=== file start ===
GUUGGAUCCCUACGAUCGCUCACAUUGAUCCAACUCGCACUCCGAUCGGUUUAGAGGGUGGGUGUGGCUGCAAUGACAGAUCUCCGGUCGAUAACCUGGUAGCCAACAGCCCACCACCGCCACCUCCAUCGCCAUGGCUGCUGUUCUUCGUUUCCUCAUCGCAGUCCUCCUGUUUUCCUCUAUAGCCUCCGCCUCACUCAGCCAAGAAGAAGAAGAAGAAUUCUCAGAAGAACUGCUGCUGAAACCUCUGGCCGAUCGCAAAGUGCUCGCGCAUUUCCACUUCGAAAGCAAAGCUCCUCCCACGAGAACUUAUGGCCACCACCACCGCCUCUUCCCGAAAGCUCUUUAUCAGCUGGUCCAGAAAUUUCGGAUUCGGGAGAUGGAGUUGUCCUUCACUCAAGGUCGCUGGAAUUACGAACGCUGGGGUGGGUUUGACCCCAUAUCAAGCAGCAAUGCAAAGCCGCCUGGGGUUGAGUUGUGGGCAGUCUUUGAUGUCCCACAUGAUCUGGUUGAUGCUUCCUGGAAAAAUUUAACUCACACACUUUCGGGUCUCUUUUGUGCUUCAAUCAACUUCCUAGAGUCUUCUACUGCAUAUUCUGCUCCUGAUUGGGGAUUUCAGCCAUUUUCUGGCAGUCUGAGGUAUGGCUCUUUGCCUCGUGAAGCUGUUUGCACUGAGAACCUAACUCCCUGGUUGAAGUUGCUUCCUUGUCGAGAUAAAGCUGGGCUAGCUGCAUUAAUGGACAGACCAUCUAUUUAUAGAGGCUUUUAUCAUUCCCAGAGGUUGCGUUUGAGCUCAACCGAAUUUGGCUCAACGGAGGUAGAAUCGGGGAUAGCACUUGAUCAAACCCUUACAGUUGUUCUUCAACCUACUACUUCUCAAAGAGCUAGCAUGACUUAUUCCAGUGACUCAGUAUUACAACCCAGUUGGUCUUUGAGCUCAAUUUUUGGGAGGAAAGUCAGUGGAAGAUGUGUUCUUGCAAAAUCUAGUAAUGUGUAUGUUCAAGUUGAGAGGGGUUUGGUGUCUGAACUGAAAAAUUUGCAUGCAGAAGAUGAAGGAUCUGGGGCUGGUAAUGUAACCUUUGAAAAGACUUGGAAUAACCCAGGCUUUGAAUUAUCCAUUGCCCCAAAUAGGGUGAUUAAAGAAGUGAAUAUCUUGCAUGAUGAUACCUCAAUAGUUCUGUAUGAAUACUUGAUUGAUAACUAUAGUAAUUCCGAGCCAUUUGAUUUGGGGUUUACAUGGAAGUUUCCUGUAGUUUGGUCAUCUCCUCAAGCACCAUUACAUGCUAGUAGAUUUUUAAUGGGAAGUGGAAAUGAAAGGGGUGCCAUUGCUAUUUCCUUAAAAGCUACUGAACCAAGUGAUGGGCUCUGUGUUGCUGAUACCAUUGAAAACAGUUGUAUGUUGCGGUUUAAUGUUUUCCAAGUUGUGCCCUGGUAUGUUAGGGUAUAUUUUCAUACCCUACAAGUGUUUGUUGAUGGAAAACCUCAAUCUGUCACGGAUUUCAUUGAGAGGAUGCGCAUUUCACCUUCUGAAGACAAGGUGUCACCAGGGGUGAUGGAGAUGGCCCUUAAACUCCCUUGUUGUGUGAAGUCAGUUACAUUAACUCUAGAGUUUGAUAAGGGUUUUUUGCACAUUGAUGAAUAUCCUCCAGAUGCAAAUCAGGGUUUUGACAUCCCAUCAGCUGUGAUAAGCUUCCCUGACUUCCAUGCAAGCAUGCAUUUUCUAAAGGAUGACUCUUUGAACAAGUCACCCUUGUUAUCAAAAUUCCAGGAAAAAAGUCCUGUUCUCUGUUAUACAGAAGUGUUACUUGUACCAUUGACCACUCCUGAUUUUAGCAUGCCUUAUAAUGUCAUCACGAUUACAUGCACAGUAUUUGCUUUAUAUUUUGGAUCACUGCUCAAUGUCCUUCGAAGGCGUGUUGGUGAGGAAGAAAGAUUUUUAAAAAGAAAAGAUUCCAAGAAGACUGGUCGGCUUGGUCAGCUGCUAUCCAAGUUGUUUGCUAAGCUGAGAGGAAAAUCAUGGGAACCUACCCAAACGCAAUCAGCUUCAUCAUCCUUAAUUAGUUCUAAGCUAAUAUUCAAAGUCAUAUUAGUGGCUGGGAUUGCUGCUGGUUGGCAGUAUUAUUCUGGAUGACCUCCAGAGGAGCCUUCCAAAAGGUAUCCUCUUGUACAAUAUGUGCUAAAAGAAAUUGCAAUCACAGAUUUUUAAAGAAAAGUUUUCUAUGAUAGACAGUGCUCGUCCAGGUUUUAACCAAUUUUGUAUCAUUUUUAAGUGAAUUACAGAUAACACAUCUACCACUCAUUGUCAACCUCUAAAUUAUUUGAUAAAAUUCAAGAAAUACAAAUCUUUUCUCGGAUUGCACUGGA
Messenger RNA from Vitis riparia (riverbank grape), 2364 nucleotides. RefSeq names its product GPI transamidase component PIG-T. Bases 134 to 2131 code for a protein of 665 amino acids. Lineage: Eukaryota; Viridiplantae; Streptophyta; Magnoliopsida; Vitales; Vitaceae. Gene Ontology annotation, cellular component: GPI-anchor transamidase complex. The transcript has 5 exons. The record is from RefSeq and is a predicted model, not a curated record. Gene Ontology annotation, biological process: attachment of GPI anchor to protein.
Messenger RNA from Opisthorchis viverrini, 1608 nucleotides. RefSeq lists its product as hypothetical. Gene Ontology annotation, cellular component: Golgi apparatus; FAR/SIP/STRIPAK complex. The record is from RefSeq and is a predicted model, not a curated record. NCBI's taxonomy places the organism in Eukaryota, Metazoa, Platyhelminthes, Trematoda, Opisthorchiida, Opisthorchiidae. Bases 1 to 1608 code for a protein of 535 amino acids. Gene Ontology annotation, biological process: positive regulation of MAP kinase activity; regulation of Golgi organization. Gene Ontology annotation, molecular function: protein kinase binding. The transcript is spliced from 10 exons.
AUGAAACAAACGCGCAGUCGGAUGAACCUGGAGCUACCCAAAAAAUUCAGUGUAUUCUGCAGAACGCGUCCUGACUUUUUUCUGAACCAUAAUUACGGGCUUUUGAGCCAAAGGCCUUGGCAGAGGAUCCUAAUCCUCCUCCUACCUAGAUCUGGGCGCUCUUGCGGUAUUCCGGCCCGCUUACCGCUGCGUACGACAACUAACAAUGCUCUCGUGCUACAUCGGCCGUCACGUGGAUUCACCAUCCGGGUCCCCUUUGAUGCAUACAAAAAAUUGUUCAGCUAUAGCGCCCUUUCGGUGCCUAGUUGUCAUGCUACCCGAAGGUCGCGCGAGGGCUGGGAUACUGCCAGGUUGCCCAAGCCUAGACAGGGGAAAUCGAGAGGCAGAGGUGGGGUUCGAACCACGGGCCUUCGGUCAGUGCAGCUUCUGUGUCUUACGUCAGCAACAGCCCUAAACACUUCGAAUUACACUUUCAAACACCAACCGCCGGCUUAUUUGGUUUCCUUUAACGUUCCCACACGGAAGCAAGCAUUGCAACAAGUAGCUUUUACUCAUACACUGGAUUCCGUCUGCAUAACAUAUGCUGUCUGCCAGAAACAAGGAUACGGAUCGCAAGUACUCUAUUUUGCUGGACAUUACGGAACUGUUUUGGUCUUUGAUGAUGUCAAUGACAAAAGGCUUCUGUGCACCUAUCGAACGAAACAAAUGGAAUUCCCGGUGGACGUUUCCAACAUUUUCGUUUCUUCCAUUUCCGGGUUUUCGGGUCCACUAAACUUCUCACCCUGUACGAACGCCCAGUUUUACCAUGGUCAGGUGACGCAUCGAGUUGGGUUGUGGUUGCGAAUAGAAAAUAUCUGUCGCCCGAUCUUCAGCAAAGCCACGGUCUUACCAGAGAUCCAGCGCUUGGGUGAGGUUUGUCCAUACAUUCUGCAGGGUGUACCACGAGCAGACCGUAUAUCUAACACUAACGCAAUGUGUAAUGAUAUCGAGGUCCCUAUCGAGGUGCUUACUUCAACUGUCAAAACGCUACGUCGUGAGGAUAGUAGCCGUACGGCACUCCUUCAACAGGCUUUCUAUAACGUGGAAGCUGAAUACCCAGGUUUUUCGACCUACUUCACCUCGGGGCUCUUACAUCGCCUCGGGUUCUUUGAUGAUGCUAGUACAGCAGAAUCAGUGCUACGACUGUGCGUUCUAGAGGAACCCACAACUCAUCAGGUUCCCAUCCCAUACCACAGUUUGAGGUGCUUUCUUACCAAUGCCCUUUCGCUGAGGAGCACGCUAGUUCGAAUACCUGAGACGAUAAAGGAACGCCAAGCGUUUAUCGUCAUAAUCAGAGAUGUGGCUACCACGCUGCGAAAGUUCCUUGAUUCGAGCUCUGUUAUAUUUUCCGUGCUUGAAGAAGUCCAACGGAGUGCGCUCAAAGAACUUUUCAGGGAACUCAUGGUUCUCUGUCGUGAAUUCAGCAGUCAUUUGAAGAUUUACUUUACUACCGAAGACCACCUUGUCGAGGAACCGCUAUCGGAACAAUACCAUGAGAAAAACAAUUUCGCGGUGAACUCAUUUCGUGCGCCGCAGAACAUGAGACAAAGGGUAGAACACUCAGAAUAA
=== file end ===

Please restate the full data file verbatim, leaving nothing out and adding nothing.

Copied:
GUUGGAUCCCUACGAUCGCUCACAUUGAUCCAACUCGCACUCCGAUCGGUUUAGAGGGUGGGUGUGGCUGCAAUGACAGAUCUCCGGUCGAUAACCUGGUAGCCAACAGCCCACCACCGCCACCUCCAUCGCCAUGGCUGCUGUUCUUCGUUUCCUCAUCGCAGUCCUCCUGUUUUCCUCUAUAGCCUCCGCCUCACUCAGCCAAGAAGAAGAAGAAGAAUUCUCAGAAGAACUGCUGCUGAAACCUCUGGCCGAUCGCAAAGUGCUCGCGCAUUUCCACUUCGAAAGCAAAGCUCCUCCCACGAGAACUUAUGGCCACCACCACCGCCUCUUCCCGAAAGCUCUUUAUCAGCUGGUCCAGAAAUUUCGGAUUCGGGAGAUGGAGUUGUCCUUCACUCAAGGUCGCUGGAAUUACGAACGCUGGGGUGGGUUUGACCCCAUAUCAAGCAGCAAUGCAAAGCCGCCUGGGGUUGAGUUGUGGGCAGUCUUUGAUGUCCCACAUGAUCUGGUUGAUGCUUCCUGGAAAAAUUUAACUCACACACUUUCGGGUCUCUUUUGUGCUUCAAUCAACUUCCUAGAGUCUUCUACUGCAUAUUCUGCUCCUGAUUGGGGAUUUCAGCCAUUUUCUGGCAGUCUGAGGUAUGGCUCUUUGCCUCGUGAAGCUGUUUGCACUGAGAACCUAACUCCCUGGUUGAAGUUGCUUCCUUGUCGAGAUAAAGCUGGGCUAGCUGCAUUAAUGGACAGACCAUCUAUUUAUAGAGGCUUUUAUCAUUCCCAGAGGUUGCGUUUGAGCUCAACCGAAUUUGGCUCAACGGAGGUAGAAUCGGGGAUAGCACUUGAUCAAACCCUUACAGUUGUUCUUCAACCUACUACUUCUCAAAGAGCUAGCAUGACUUAUUCCAGUGACUCAGUAUUACAACCCAGUUGGUCUUUGAGCUCAAUUUUUGGGAGGAAAGUCAGUGGAAGAUGUGUUCUUGCAAAAUCUAGUAAUGUGUAUGUUCAAGUUGAGAGGGGUUUGGUGUCUGAACUGAAAAAUUUGCAUGCAGAAGAUGAAGGAUCUGGGGCUGGUAAUGUAACCUUUGAAAAGACUUGGAAUAACCCAGGCUUUGAAUUAUCCAUUGCCCCAAAUAGGGUGAUUAAAGAAGUGAAUAUCUUGCAUGAUGAUACCUCAAUAGUUCUGUAUGAAUACUUGAUUGAUAACUAUAGUAAUUCCGAGCCAUUUGAUUUGGGGUUUACAUGGAAGUUUCCUGUAGUUUGGUCAUCUCCUCAAGCACCAUUACAUGCUAGUAGAUUUUUAAUGGGAAGUGGAAAUGAAAGGGGUGCCAUUGCUAUUUCCUUAAAAGCUACUGAACCAAGUGAUGGGCUCUGUGUUGCUGAUACCAUUGAAAACAGUUGUAUGUUGCGGUUUAAUGUUUUCCAAGUUGUGCCCUGGUAUGUUAGGGUAUAUUUUCAUACCCUACAAGUGUUUGUUGAUGGAAAACCUCAAUCUGUCACGGAUUUCAUUGAGAGGAUGCGCAUUUCACCUUCUGAAGACAAGGUGUCACCAGGGGUGAUGGAGAUGGCCCUUAAACUCCCUUGUUGUGUGAAGUCAGUUACAUUAACUCUAGAGUUUGAUAAGGGUUUUUUGCACAUUGAUGAAUAUCCUCCAGAUGCAAAUCAGGGUUUUGACAUCCCAUCAGCUGUGAUAAGCUUCCCUGACUUCCAUGCAAGCAUGCAUUUUCUAAAGGAUGACUCUUUGAACAAGUCACCCUUGUUAUCAAAAUUCCAGGAAAAAAGUCCUGUUCUCUGUUAUACAGAAGUGUUACUUGUACCAUUGACCACUCCUGAUUUUAGCAUGCCUUAUAAUGUCAUCACGAUUACAUGCACAGUAUUUGCUUUAUAUUUUGGAUCACUGCUCAAUGUCCUUCGAAGGCGUGUUGGUGAGGAAGAAAGAUUUUUAAAAAGAAAAGAUUCCAAGAAGACUGGUCGGCUUGGUCAGCUGCUAUCCAAGUUGUUUGCUAAGCUGAGAGGAAAAUCAUGGGAACCUACCCAAACGCAAUCAGCUUCAUCAUCCUUAAUUAGUUCUAAGCUAAUAUUCAAAGUCAUAUUAGUGGCUGGGAUUGCUGCUGGUUGGCAGUAUUAUUCUGGAUGACCUCCAGAGGAGCCUUCCAAAAGGUAUCCUCUUGUACAAUAUGUGCUAAAAGAAAUUGCAAUCACAGAUUUUUAAAGAAAAGUUUUCUAUGAUAGACAGUGCUCGUCCAGGUUUUAACCAAUUUUGUAUCAUUUUUAAGUGAAUUACAGAUAACACAUCUACCACUCAUUGUCAACCUCUAAAUUAUUUGAUAAAAUUCAAGAAAUACAAAUCUUUUCUCGGAUUGCACUGGA
Messenger RNA from Vitis riparia (riverbank grape), 2364 nucleotides. RefSeq names its product GPI transamidase component PIG-T. Bases 134 to 2131 code for a protein of 665 amino acids. Lineage: Eukaryota; Viridiplantae; Streptophyta; Magnoliopsida; Vitales; Vitaceae. Gene Ontology annotation, cellular component: GPI-anchor transamidase complex. The transcript has 5 exons. The record is from RefSeq and is a predicted model, not a curated record. Gene Ontology annotation, biological process: attachment of GPI anchor to protein.
Messenger RNA from Opisthorchis viverrini, 1608 nucleotides. RefSeq lists its product as hypothetical. Gene Ontology annotation, cellular component: Golgi apparatus; FAR/SIP/STRIPAK complex. The record is from RefSeq and is a predicted model, not a curated record. NCBI's taxonomy places the organism in Eukaryota, Metazoa, Platyhelminthes, Trematoda, Opisthorchiida, Opisthorchiidae. Bases 1 to 1608 code for a protein of 535 amino acids. Gene Ontology annotation, biological process: positive regulation of MAP kinase activity; regulation of Golgi organization. Gene Ontology annotation, molecular function: protein kinase binding. The transcript is spliced from 10 exons.
AUGAAACAAACGCGCAGUCGGAUGAACCUGGAGCUACCCAAAAAAUUCAGUGUAUUCUGCAGAACGCGUCCUGACUUUUUUCUGAACCAUAAUUACGGGCUUUUGAGCCAAAGGCCUUGGCAGAGGAUCCUAAUCCUCCUCCUACCUAGAUCUGGGCGCUCUUGCGGUAUUCCGGCCCGCUUACCGCUGCGUACGACAACUAACAAUGCUCUCGUGCUACAUCGGCCGUCACGUGGAUUCACCAUCCGGGUCCCCUUUGAUGCAUACAAAAAAUUGUUCAGCUAUAGCGCCCUUUCGGUGCCUAGUUGUCAUGCUACCCGAAGGUCGCGCGAGGGCUGGGAUACUGCCAGGUUGCCCAAGCCUAGACAGGGGAAAUCGAGAGGCAGAGGUGGGGUUCGAACCACGGGCCUUCGGUCAGUGCAGCUUCUGUGUCUUACGUCAGCAACAGCCCUAAACACUUCGAAUUACACUUUCAAACACCAACCGCCGGCUUAUUUGGUUUCCUUUAACGUUCCCACACGGAAGCAAGCAUUGCAACAAGUAGCUUUUACUCAUACACUGGAUUCCGUCUGCAUAACAUAUGCUGUCUGCCAGAAACAAGGAUACGGAUCGCAAGUACUCUAUUUUGCUGGACAUUACGGAACUGUUUUGGUCUUUGAUGAUGUCAAUGACAAAAGGCUUCUGUGCACCUAUCGAACGAAACAAAUGGAAUUCCCGGUGGACGUUUCCAACAUUUUCGUUUCUUCCAUUUCCGGGUUUUCGGGUCCACUAAACUUCUCACCCUGUACGAACGCCCAGUUUUACCAUGGUCAGGUGACGCAUCGAGUUGGGUUGUGGUUGCGAAUAGAAAAUAUCUGUCGCCCGAUCUUCAGCAAAGCCACGGUCUUACCAGAGAUCCAGCGCUUGGGUGAGGUUUGUCCAUACAUUCUGCAGGGUGUACCACGAGCAGACCGUAUAUCUAACACUAACGCAAUGUGUAAUGAUAUCGAGGUCCCUAUCGAGGUGCUUACUUCAACUGUCAAAACGCUACGUCGUGAGGAUAGUAGCCGUACGGCACUCCUUCAACAGGCUUUCUAUAACGUGGAAGCUGAAUACCCAGGUUUUUCGACCUACUUCACCUCGGGGCUCUUACAUCGCCUCGGGUUCUUUGAUGAUGCUAGUACAGCAGAAUCAGUGCUACGACUGUGCGUUCUAGAGGAACCCACAACUCAUCAGGUUCCCAUCCCAUACCACAGUUUGAGGUGCUUUCUUACCAAUGCCCUUUCGCUGAGGAGCACGCUAGUUCGAAUACCUGAGACGAUAAAGGAACGCCAAGCGUUUAUCGUCAUAAUCAGAGAUGUGGCUACCACGCUGCGAAAGUUCCUUGAUUCGAGCUCUGUUAUAUUUUCCGUGCUUGAAGAAGUCCAACGGAGUGCGCUCAAAGAACUUUUCAGGGAACUCAUGGUUCUCUGUCGUGAAUUCAGCAGUCAUUUGAAGAUUUACUUUACUACCGAAGACCACCUUGUCGAGGAACCGCUAUCGGAACAAUACCAUGAGAAAAACAAUUUCGCGGUGAACUCAUUUCGUGCGCCGCAGAACAUGAGACAAAGGGUAGAACACUCAGAAUAA